Why Are People Judgmental?By: hawkgrrrl
A few months ago, I was at a work dinner chatting with a colleague, also a Mormon (a previous bishop), and we were talking about some colleagues whose behavior we didn’t approve. Some of our co-workers from another department (probably sales) were drinking too much at a work event which resulted in some rather unprofessional behavior. I was rolling my eyes, and my friend was clucking his tongue like an old Relief Society dowager. He confessed to me that he feels he is really judgmental sometimes, and he wondered why he is like that. While I don’t normally consider myself to be a judgmental person in general, clearly we were both feeling judgmental of the same behavior in this case.
Unlike my friend, usually when we ask why people are judmental, we’re talking about “other” people. Judging others happens when we observe something – a behavior, something they have said, a style of dress – and then we infer the reason for that; we make a conclusion about the other person based on that observation. The conclusion may or may not be accurate, but of course, we assume that it is.
We all go through life making judgments. If we didn’t make judgments we would never get anything done. Judging is a learned behavior; we learn the unwritten rules of the society we live in. Babies don’t judge, but they also don’t have good judgment. Without judging we could not avoid danger, we couldn’t decide who was trustworthy and who was not, and we could never make any worthwhile decisions. Judging only becomes a problem when we judge people inaccurately, excessively or as a means to feel better about ourselves.
No matter who we’re talking about, others or ourselves, there are a few simple reasons people are judgmental and what we can do to counteract each:
- Jealousy / envy / resentment. Whom are we judging? Usually someone whose choices differ from ours. We secretly wish we could do the thing the other person is doing. We blame them for taking the easy way out or for not “towing the line” like we have to. We resent their freedom to do the thing we wish we could do.
- To counteract: Own your own choices. Don’t be a victim.
- Fear of rejection / feeling threatened. Sometimes this might be a fear of others rejecting us for being the “odd one.” Sometimes we are insecure about our own standing and judge others to distance ourselves from those we deem to be a risky attachment, someone we don’t want to be associated with. The latter is probably what was happening in the situation with my work colleague; we felt that those colleagues were a poor reflection on us by association. We wanted it to be clear that we were behaving professionally, even though we were sitting in the same (increasingly loud, attention-getting) area.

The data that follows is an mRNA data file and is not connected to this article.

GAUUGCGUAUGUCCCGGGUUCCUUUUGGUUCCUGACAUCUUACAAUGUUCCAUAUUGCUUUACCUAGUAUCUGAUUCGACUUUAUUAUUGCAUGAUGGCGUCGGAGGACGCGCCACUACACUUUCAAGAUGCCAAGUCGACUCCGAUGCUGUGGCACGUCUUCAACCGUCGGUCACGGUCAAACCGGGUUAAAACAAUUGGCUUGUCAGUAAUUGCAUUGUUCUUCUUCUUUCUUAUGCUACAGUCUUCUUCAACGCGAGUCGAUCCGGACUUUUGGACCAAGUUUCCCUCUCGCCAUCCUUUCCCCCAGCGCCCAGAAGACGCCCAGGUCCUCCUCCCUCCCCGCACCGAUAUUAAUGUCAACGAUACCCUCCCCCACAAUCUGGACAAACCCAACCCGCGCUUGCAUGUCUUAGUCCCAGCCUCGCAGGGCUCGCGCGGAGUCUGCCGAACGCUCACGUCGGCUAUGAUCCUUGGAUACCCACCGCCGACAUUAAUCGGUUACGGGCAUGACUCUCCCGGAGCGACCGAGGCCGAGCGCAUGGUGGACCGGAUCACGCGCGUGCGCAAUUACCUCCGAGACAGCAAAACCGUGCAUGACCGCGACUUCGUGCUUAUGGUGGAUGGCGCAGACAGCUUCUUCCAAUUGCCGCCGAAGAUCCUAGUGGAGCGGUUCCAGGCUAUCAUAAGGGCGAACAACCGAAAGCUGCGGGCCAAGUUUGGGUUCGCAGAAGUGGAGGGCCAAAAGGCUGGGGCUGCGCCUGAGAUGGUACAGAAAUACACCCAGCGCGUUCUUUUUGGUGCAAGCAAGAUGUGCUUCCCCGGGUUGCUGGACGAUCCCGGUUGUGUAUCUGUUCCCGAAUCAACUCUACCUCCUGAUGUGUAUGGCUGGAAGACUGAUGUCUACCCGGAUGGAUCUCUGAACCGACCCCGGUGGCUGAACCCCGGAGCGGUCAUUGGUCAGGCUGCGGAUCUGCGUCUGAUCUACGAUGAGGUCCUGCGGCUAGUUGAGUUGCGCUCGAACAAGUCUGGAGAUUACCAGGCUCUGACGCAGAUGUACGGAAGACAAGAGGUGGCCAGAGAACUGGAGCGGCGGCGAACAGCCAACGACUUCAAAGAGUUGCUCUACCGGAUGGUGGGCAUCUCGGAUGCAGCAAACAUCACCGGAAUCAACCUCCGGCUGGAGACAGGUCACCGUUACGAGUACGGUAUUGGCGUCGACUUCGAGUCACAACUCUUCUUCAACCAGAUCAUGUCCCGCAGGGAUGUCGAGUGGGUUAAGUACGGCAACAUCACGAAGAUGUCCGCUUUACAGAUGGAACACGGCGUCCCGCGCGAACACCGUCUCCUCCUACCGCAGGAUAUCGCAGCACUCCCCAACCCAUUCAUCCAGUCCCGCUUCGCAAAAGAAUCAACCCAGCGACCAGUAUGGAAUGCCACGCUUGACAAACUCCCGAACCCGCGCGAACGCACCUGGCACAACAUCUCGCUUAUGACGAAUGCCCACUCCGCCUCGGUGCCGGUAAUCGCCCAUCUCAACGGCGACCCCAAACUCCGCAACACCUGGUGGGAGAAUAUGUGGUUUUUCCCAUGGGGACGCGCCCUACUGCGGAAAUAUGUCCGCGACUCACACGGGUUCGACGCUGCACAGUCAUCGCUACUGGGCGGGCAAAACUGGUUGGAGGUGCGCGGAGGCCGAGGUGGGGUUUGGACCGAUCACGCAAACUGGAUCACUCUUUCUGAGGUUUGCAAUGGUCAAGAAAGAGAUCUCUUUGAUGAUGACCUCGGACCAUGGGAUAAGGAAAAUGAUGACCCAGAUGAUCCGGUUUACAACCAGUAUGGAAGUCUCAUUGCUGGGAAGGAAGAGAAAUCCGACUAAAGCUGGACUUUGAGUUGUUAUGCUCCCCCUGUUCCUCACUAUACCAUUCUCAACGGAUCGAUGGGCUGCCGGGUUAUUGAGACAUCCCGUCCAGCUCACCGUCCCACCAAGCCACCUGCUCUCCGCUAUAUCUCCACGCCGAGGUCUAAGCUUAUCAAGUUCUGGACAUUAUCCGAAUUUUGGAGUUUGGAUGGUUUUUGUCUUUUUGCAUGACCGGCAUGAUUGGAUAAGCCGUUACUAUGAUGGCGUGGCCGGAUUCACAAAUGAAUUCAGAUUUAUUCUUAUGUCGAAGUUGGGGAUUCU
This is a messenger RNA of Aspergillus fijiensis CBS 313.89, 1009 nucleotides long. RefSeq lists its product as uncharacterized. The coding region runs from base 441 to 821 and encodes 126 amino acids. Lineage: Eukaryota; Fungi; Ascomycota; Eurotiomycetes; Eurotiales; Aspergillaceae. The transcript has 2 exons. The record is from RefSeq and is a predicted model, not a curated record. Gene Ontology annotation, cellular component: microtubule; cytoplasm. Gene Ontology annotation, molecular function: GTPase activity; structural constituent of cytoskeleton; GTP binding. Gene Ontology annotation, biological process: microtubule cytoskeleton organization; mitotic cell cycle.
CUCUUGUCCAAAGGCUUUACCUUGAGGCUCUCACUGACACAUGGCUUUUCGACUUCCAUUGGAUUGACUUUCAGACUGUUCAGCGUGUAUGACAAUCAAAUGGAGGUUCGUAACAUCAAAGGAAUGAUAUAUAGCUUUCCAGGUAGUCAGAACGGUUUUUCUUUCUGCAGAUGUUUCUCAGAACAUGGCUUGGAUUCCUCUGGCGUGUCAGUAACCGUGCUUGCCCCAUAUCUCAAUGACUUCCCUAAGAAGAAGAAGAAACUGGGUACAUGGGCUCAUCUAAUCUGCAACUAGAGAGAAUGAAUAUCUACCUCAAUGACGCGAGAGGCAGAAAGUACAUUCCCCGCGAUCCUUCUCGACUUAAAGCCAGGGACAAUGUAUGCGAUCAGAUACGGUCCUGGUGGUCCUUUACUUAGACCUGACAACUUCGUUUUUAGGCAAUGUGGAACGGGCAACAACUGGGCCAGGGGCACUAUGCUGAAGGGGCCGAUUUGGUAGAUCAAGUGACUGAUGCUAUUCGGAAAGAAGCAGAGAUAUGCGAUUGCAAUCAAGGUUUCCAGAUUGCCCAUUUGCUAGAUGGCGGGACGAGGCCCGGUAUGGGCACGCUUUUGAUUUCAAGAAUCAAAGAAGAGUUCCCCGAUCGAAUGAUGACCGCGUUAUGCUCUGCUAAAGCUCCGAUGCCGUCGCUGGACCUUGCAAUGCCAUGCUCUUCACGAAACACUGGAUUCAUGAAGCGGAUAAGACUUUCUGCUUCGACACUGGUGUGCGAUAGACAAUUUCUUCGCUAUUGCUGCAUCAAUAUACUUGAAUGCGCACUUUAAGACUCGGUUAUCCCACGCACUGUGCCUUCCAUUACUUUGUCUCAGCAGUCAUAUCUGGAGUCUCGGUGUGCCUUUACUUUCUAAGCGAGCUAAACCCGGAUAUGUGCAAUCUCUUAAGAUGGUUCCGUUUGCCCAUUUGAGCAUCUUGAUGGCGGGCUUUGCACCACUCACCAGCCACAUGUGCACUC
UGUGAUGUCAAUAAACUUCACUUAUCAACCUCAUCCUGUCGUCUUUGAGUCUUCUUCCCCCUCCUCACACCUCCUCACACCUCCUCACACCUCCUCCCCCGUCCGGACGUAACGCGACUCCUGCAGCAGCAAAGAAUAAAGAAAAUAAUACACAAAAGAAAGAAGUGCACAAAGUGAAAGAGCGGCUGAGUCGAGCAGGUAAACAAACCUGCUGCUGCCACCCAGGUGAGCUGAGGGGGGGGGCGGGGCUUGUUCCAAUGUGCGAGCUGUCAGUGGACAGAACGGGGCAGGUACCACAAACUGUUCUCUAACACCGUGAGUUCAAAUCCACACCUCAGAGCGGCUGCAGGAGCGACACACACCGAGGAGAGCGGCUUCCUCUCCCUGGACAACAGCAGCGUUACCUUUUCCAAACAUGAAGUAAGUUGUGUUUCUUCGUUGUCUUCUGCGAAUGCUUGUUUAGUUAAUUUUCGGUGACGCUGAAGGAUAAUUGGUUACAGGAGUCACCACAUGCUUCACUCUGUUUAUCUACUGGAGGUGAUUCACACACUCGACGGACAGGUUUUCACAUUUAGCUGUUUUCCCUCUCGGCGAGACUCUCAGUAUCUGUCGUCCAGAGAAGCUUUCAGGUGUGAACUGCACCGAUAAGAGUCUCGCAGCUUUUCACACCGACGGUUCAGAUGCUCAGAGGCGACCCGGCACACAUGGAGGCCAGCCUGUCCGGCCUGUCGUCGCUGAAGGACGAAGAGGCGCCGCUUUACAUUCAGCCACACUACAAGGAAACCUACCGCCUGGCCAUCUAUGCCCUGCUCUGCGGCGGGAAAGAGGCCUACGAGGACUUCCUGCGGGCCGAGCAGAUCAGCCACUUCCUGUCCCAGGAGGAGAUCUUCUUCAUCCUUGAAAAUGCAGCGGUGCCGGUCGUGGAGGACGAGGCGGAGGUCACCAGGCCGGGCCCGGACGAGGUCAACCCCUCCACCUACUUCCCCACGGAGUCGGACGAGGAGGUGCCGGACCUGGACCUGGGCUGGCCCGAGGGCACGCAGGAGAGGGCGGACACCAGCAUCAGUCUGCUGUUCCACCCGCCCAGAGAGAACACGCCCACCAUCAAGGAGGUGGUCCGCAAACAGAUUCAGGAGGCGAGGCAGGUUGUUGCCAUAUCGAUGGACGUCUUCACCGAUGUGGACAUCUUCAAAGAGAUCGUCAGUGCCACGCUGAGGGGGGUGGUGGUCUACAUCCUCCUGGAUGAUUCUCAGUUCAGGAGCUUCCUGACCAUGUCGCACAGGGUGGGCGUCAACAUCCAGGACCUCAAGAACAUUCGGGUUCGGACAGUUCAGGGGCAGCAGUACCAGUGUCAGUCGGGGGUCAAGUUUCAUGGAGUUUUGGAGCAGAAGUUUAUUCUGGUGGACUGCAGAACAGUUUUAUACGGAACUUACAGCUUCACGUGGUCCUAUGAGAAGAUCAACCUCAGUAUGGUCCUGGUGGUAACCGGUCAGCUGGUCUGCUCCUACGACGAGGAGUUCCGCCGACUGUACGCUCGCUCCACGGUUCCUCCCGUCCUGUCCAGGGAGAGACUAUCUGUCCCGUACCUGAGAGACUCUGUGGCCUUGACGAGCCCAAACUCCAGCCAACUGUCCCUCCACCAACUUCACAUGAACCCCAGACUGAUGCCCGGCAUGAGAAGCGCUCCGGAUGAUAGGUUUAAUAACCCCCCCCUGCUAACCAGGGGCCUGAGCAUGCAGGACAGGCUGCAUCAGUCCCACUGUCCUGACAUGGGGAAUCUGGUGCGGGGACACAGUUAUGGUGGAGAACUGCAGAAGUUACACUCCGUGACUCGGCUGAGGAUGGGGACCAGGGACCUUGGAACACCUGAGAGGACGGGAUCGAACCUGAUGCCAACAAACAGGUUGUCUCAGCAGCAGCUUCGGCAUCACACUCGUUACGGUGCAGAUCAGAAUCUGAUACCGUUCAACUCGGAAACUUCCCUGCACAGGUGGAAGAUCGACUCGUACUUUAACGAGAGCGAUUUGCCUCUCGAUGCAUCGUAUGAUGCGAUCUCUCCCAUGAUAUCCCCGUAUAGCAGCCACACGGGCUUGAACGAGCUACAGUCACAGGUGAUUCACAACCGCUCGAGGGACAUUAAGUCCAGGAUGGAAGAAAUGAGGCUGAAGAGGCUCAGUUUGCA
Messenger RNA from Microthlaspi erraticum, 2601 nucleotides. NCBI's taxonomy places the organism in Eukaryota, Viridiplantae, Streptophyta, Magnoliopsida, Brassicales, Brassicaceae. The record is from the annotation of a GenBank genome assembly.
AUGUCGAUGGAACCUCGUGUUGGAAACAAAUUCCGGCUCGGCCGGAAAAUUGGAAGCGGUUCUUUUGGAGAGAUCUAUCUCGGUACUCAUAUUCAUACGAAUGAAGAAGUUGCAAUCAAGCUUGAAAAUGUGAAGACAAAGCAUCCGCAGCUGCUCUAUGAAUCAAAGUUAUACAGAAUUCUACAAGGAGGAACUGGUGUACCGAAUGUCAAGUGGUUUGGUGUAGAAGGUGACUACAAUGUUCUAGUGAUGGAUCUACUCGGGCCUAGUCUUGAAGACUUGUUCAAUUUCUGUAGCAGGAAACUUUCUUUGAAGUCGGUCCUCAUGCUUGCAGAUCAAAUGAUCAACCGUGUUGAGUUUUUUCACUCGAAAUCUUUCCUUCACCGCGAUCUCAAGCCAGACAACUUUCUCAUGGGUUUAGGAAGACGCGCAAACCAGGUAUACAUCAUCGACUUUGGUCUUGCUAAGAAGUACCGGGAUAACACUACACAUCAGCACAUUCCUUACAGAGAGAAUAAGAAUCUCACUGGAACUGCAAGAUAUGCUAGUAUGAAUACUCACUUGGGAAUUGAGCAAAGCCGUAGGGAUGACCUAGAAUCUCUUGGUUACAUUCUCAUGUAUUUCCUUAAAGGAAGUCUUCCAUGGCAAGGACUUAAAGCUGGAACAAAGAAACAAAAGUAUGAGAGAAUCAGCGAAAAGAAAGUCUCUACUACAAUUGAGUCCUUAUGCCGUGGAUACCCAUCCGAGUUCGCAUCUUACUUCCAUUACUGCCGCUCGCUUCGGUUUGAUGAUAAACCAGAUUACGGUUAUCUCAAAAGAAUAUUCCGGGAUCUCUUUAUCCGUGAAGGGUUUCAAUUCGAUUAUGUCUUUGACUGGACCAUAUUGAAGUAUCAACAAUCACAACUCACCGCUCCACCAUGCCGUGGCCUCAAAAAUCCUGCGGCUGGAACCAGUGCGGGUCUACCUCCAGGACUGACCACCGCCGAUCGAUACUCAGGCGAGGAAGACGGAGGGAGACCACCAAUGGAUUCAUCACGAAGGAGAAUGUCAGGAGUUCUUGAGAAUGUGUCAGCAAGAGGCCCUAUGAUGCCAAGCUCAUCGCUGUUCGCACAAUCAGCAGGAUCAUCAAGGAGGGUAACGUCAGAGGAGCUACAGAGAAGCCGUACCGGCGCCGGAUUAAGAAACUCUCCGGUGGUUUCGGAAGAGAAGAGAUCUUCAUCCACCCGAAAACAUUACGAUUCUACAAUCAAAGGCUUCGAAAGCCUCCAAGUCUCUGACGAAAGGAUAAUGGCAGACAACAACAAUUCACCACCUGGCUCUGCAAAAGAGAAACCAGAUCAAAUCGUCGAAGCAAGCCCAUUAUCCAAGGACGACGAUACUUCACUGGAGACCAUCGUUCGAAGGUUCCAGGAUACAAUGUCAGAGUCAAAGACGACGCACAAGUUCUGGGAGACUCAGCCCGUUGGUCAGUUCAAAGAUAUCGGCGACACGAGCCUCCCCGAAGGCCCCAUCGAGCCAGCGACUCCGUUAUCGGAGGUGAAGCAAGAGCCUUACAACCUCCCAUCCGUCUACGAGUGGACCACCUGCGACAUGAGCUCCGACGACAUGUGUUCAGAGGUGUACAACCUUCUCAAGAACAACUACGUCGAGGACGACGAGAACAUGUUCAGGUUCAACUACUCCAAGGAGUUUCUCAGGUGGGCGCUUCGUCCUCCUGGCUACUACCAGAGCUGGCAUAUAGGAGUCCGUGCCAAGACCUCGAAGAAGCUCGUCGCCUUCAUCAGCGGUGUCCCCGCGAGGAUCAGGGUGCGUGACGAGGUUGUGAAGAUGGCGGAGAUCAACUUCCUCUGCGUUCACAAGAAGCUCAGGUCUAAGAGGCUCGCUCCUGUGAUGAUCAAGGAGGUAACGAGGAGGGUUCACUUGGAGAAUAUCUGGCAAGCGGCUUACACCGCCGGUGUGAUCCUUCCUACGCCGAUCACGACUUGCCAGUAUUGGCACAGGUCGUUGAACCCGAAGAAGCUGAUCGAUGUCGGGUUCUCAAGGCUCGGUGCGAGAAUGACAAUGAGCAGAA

- To counteract: The coolest kids are the ones who don’t care what anyone else thinks. Have enough self-esteem to be confident without tearing others down. Keep your sense of humor, and don’t take yourself so seriously. The truth will out. People who matter will judge you on your own merits, not due to your associations with others. And you may influence people to make better choices if you are more open and accepting.
- Misjudgments / hyperbole. Sometimes we draw the wrong conclusions about someone based on their behavior because we are unfamiliar with different customs, mannerisms or beliefs that drive behaviors. We misjudge based on that misunderstanding. We assign incorrect motives based on a lack of familiarity.
- To counteract: Broaden your horizons, get to know more people. Question your assumptions about what is acceptable behavior. As the teacher says in The Sure Thing: “Talk to people whose clothes aren’t color-coordinated.” Learn to recognize your own cultural biases.
Are Mormons more prone to being judgmental? Maybe for the following reasons: Mormon lifestyle choices are more restrictive than average (although muslims have us beat hands down - don’t like garments? Try a hijab or burkha. We’re lightweights, I tell ya.), Mormons are often the socially odd ones so we are no strangers to feeling awkward, insecure and rejected (no coffee, no tea, no drinking, no premarital sex, no sleeveless blouses – try coming up with an adult, professional explanation for some of these that doesn’t make you sound like a religious fanatic or like you are judging others for things the majority of society doesn’t think twice about), and lastly, some Mormons are very isolated, even deliberately limiting their social circle to those who are like-minded and like-valued (living in total isolation certainly implies you are judging others as “untouchable.” You don’t want to catch their unrighteous cooties).
And yet, we preach charity. We preach reaching out to the 1, not just chillin’ with the other 99 sheep. We preach dining with publicans and sinners, harlots and vagrants. (That work dinner I mentioned included all of those!) At least in theory we preach these things.
One more reason people are judgmental that I haven’t listed is that gossip and judging others binds us together socially. When our own biases and stereotypes are confirmed by someone else, we feel we are part of the “in” group; someone understands us and has validated our perspective. While this feels good at the time, it’s also limiting to have your own opinions reinforced, especially if your judgments are inaccurate or unnecessary.
When have you felt judged by someone else? When have you been judgmental? Do you want to be less judgmental? Do you feel church makes you more judgmental or more charitable? Discuss.